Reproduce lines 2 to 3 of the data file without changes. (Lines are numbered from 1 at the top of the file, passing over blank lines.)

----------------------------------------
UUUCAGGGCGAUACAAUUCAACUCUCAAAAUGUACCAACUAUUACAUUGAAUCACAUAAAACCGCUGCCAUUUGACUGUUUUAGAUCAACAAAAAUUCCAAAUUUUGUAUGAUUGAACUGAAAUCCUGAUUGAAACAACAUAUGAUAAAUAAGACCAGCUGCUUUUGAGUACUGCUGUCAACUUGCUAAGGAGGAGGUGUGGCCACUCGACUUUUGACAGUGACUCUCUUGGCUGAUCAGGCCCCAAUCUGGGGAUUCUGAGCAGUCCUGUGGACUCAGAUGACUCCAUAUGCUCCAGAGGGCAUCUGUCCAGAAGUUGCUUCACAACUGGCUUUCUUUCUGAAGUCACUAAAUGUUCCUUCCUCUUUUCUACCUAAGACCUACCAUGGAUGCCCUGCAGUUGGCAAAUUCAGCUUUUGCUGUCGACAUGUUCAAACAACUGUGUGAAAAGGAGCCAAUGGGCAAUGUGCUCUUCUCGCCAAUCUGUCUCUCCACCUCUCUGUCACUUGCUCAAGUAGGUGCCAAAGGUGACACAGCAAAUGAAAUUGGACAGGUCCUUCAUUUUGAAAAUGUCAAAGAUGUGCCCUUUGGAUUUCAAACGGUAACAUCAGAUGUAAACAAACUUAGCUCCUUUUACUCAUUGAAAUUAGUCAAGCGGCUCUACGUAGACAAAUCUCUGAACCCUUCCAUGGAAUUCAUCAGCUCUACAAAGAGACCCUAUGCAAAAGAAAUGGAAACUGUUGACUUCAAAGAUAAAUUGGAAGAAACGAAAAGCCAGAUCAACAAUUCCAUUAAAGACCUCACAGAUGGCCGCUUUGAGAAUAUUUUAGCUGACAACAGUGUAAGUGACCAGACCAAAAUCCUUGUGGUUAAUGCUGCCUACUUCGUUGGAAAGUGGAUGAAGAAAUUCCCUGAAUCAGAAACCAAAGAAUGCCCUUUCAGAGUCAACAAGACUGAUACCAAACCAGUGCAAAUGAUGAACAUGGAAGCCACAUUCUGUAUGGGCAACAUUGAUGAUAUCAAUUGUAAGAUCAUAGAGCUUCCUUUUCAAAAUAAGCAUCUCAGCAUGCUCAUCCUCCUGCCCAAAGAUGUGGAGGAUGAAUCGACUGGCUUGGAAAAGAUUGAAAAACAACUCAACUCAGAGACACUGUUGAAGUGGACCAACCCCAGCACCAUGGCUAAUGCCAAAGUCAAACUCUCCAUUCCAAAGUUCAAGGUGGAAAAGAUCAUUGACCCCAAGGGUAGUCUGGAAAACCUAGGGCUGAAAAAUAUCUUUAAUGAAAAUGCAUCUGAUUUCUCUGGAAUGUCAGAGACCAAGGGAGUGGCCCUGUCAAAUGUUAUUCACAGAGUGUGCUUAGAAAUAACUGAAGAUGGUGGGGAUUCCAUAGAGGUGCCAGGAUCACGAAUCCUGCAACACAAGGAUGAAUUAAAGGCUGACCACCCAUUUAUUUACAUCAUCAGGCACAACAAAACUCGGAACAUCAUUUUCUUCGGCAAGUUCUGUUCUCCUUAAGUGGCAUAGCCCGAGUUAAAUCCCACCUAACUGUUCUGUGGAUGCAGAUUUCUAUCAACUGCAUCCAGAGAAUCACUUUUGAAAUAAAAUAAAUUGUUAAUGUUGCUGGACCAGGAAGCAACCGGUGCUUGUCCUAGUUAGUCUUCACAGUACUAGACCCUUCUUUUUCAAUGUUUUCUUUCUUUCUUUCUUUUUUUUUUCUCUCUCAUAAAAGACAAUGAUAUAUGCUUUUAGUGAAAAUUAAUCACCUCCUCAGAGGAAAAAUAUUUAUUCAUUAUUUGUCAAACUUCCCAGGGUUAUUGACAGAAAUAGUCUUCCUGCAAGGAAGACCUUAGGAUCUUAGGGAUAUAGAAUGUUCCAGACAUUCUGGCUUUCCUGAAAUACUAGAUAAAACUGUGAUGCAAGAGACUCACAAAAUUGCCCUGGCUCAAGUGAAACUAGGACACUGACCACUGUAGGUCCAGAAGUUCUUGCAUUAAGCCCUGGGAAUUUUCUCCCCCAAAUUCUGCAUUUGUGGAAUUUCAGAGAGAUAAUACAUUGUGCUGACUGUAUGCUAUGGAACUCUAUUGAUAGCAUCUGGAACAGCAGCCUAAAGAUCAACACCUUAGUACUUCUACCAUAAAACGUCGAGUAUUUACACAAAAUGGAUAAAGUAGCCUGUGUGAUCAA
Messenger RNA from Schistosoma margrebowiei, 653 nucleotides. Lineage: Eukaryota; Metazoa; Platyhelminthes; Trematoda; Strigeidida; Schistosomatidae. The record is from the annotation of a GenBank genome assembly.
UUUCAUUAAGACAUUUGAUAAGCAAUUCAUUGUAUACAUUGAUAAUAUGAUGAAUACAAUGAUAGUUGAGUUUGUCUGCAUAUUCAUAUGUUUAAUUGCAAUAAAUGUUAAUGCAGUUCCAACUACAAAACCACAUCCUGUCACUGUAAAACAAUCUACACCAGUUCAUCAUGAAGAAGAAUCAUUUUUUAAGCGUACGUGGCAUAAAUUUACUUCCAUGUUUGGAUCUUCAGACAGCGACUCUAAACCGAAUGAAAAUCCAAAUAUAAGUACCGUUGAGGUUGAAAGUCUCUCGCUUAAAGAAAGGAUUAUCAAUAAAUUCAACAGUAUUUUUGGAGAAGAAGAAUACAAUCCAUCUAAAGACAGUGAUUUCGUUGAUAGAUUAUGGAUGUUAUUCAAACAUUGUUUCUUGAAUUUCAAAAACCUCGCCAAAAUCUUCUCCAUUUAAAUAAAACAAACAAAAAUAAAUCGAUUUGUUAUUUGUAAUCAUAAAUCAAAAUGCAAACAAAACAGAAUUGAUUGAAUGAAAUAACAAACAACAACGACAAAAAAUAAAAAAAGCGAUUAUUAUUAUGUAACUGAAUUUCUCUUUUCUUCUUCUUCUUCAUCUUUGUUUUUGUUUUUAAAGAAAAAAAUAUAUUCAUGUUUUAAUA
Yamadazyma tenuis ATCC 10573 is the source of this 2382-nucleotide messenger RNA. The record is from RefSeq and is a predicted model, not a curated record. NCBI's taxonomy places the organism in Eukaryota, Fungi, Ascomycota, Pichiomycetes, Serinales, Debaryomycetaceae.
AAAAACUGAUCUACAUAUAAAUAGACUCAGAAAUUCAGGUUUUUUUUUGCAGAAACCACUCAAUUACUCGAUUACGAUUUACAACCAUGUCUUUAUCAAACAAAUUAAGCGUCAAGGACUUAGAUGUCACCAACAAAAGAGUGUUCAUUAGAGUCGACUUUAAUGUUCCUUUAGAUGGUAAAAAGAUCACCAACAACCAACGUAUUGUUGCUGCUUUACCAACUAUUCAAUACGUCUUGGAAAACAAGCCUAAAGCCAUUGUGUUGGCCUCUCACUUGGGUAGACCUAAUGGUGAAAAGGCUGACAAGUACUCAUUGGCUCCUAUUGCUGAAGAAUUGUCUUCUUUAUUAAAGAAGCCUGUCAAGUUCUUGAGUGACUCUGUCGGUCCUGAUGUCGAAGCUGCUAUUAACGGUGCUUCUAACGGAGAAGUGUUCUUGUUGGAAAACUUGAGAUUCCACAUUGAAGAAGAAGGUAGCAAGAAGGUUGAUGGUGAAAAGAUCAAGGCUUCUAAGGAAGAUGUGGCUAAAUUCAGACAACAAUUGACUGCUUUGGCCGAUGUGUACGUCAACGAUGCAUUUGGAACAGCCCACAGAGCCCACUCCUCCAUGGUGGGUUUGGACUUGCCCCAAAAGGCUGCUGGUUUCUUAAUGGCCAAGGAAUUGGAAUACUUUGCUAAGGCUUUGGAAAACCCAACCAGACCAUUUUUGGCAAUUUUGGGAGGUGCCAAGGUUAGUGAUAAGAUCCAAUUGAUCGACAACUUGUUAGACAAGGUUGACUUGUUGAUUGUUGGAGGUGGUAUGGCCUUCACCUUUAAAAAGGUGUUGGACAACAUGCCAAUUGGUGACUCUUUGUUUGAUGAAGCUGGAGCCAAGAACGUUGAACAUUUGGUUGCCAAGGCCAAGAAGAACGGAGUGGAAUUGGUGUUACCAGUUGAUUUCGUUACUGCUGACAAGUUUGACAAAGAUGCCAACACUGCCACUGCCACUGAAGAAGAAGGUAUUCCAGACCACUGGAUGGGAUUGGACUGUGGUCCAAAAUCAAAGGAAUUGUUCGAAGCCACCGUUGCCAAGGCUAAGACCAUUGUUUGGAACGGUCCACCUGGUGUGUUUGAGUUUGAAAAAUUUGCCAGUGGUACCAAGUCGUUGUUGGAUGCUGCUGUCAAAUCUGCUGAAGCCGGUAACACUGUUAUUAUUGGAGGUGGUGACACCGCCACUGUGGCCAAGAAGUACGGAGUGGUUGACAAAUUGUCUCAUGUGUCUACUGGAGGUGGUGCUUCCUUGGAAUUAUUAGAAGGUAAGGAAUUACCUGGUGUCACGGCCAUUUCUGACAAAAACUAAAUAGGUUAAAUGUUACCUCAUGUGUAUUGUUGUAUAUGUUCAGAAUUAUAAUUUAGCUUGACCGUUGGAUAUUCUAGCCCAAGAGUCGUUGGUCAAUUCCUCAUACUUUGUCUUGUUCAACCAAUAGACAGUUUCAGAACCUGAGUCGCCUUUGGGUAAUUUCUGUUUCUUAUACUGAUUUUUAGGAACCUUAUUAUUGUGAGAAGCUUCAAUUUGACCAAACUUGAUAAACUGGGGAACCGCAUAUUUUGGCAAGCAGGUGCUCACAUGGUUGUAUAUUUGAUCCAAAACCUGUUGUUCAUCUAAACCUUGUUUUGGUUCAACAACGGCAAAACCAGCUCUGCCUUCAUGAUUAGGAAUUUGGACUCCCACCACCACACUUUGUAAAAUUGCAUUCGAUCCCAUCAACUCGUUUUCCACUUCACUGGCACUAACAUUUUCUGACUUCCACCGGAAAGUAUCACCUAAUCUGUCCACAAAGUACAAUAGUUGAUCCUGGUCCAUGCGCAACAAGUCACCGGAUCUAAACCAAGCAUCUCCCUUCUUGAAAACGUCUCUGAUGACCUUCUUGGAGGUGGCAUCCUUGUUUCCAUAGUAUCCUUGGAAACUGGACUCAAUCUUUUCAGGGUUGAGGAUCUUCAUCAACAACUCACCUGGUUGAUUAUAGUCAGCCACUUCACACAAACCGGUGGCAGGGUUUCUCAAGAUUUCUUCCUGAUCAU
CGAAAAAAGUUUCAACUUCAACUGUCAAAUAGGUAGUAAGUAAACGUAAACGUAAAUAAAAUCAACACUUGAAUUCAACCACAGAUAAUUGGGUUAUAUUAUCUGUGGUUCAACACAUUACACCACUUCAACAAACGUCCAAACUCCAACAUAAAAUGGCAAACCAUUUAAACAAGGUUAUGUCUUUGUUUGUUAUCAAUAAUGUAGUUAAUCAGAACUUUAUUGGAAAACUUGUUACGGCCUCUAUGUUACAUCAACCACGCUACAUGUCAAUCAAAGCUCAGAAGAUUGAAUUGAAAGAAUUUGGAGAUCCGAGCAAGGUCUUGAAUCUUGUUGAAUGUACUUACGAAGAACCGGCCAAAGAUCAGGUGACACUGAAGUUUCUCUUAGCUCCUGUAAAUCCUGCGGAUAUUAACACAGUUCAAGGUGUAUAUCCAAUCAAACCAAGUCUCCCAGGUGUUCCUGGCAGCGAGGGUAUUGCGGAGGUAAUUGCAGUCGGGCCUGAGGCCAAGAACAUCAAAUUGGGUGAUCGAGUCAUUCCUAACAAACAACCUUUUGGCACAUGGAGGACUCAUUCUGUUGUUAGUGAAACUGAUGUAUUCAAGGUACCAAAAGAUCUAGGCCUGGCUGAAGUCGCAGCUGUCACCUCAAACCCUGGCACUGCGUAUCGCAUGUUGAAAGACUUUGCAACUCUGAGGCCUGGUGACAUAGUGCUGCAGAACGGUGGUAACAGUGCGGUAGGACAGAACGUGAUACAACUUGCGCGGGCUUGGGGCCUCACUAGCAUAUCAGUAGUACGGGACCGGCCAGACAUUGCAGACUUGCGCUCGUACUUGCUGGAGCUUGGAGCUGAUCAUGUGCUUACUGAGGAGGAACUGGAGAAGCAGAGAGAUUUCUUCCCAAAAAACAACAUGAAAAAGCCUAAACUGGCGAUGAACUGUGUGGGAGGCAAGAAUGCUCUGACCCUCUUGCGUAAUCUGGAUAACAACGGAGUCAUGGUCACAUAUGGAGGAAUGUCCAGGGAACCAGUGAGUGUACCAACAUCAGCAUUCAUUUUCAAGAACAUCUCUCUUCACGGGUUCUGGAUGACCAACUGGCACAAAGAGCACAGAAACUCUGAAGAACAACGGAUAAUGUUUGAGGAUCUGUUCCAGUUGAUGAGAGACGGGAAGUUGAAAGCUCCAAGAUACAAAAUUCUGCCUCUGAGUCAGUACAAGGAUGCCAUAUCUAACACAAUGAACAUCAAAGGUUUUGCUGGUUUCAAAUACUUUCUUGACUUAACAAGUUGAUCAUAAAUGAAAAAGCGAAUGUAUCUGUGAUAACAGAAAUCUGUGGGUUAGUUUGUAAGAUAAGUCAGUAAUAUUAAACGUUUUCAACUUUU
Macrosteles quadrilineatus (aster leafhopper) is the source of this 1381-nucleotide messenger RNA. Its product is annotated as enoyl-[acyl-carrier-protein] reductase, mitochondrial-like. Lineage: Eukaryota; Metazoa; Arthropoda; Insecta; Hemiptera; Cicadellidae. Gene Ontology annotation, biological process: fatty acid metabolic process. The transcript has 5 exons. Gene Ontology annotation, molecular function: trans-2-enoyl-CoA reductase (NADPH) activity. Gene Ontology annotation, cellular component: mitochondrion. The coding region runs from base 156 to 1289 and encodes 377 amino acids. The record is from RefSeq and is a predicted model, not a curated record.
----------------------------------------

Messenger RNA from Schistosoma margrebowiei, 653 nucleotides. Lineage: Eukaryota; Metazoa; Platyhelminthes; Trematoda; Strigeidida; Schistosomatidae. The record is from the annotation of a GenBank genome assembly.
UUUCAUUAAGACAUUUGAUAAGCAAUUCAUUGUAUACAUUGAUAAUAUGAUGAAUACAAUGAUAGUUGAGUUUGUCUGCAUAUUCAUAUGUUUAAUUGCAAUAAAUGUUAAUGCAGUUCCAACUACAAAACCACAUCCUGUCACUGUAAAACAAUCUACACCAGUUCAUCAUGAAGAAGAAUCAUUUUUUAAGCGUACGUGGCAUAAAUUUACUUCCAUGUUUGGAUCUUCAGACAGCGACUCUAAACCGAAUGAAAAUCCAAAUAUAAGUACCGUUGAGGUUGAAAGUCUCUCGCUUAAAGAAAGGAUUAUCAAUAAAUUCAACAGUAUUUUUGGAGAAGAAGAAUACAAUCCAUCUAAAGACAGUGAUUUCGUUGAUAGAUUAUGGAUGUUAUUCAAACAUUGUUUCUUGAAUUUCAAAAACCUCGCCAAAAUCUUCUCCAUUUAAAUAAAACAAACAAAAAUAAAUCGAUUUGUUAUUUGUAAUCAUAAAUCAAAAUGCAAACAAAACAGAAUUGAUUGAAUGAAAUAACAAACAACAACGACAAAAAAUAAAAAAAGCGAUUAUUAUUAUGUAACUGAAUUUCUCUUUUCUUCUUCUUCUUCAUCUUUGUUUUUGUUUUUAAAGAAAAAAAUAUAUUCAUGUUUUAAUA